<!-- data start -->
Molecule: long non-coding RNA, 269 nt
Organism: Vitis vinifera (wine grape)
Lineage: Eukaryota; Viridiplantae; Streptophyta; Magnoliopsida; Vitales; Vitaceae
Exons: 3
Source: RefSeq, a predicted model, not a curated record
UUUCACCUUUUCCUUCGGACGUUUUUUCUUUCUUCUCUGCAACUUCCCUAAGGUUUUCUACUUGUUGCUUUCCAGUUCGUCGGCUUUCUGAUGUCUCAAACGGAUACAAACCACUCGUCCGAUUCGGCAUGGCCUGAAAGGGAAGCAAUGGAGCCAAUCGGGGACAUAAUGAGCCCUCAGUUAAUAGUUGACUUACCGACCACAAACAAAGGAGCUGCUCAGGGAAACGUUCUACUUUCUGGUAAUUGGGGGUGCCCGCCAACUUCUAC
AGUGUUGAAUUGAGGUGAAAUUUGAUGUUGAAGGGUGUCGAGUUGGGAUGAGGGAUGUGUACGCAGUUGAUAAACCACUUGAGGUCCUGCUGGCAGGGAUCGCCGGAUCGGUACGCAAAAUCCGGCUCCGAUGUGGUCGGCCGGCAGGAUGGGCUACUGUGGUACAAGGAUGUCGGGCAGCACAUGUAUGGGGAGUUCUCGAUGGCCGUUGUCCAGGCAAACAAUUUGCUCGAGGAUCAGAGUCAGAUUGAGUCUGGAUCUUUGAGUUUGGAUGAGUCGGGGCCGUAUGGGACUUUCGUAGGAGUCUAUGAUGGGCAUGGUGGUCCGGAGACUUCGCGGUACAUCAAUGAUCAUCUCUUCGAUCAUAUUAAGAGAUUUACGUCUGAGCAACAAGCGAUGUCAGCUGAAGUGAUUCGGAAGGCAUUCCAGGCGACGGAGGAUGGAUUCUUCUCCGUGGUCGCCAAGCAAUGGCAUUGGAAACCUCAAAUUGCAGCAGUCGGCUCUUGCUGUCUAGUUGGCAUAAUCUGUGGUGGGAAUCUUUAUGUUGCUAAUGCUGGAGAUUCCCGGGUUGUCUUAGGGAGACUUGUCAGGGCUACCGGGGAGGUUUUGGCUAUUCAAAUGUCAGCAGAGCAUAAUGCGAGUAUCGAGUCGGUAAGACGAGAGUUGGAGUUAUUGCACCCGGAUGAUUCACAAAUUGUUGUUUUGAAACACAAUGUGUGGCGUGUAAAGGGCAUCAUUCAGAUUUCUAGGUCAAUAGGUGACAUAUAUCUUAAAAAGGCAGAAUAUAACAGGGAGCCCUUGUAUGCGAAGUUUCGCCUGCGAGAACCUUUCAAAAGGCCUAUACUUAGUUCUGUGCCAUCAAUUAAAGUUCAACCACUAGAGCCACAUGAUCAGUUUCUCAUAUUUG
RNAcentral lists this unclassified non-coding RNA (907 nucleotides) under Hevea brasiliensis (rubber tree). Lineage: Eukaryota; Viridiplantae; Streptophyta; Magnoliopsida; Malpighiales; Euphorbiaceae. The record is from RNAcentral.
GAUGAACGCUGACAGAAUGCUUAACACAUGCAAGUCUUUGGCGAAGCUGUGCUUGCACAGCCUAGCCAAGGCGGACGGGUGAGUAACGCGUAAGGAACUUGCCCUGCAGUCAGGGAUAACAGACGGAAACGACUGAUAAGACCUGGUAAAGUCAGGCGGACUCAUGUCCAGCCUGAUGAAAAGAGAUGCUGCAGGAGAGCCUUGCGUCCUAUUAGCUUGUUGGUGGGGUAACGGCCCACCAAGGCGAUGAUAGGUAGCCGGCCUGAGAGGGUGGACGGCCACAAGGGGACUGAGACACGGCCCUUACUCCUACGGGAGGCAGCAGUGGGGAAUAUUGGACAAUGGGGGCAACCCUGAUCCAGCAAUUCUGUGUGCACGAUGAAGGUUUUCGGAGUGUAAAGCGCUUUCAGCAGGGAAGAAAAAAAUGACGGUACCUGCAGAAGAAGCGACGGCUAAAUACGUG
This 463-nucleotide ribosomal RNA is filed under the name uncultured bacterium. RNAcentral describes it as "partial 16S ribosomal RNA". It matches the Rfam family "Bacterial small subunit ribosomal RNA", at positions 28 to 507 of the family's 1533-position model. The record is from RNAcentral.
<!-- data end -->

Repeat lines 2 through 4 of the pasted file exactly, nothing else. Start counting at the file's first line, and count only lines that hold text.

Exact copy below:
Organism: Vitis vinifera (wine grape)
Lineage: Eukaryota; Viridiplantae; Streptophyta; Magnoliopsida; Vitales; Vitaceae
Exons: 3